Military, civilian collaboration may improve US trauma care
A report in the Journal of the American College of Surgeons said expanded collaboration between the Military Health System and civilian trauma institutions can help train military surgeons before they deploy and then use the lessons they learn on the battlefield to improve civilian trauma care. Colonel Frederick Lough, a physician at the Walter Reed National Military Medical Center, told a Capitol Hill briefing hosted by the American College of Surgeons that battlefield techniques already are being used in civilian settings across the US. Physician's Briefing/HealthDay News (8/10)Kan. hospital to hold "dress rehearsal" for staff of new ICU
Hutchinson Regional Medical Center in Kansas will hold a dress rehearsal for staff of its new, $23 million ICU, while other colleagues will volunteer to be patients during the practice run. "The ICU staff were involved in planning from the start, making recommendations for what they envisioned as better patient care," said Chief Operating Officer Wesley Hoyt. The Hutchinson News (Kan.) (8/12)JUST score helps paramedics classify stroke patients Medscape (free registration) (8/10)Mayo Clinic leads US hospitals ranking
Mayo Clinic has topped the U.S. News & World Report's 2018-2019 Best Hospitals Honor Roll rankings for the third straight year. Cleveland Clinic, Johns Hopkins Hospital, Massachusetts General Hospital and University of Michigan Hospitals-Michigan Medicine rounded out the top five. HealthLeaders Media (8/14)Ore. takes aim at violence against health care workers
Oregon Gov. Kate Brown announced a new toolkit to help individual health care facilities create violence prevention programs to reduce incidents of violence against health care workers in the state. The Joint Commission identified the toolkit as a "recommended resource" on their website to make it available to hospitals and health providers nationwide. KTVZ-TV (Bend, Ore.) (8/8)Study: Hospitals are years away from maximizing EHR functionality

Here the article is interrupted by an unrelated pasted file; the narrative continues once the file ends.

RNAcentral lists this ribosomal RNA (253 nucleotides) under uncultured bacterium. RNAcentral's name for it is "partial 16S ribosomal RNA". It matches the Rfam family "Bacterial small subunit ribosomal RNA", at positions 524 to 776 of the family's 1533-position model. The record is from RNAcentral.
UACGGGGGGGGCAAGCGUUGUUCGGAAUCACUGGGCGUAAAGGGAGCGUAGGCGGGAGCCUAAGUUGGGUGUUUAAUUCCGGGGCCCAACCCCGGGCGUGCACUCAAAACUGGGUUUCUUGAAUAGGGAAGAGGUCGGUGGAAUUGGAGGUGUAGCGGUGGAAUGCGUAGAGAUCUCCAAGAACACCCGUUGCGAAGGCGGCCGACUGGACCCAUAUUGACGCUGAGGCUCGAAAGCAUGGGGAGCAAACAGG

Researchers who analyzed data from HIMSS Analytics' eight-stage EMR Adoption Model collected between 2006 and 2014 found that although the number of hospitals at stages 5 and 6 should peak by 2019 and 2026, respectively, the number of hospitals on Stage 7 will not peak by 2035. The findings in the Journal of Medical Internet Research indicated that "US hospitals are decades away from fully implementing sophisticated decision support applications and interoperability functionalities in EHRs," the authors wrote. Becker's Health IT & CIO Report (8/10)Fla. hospital improves health care delivery with AI tools
St. Augustine, Fla.-based Flagler Hospital is using AI tools from IT vendor Ayasdi to improve the treatment of high-cost diseases, such as pneumonia and sepsis, and reduce health care expenditures. The AI tools also helped the hospital reduce its readmission rate from 2.9% to 0.4%. Healthcare IT News (8/13)Experts tout benefits of blockchain technology use in patient matching Healthcare IT News (8/13)Believe that life is worth living, and your belief will help create the fact.
William James, philosopher and psychologist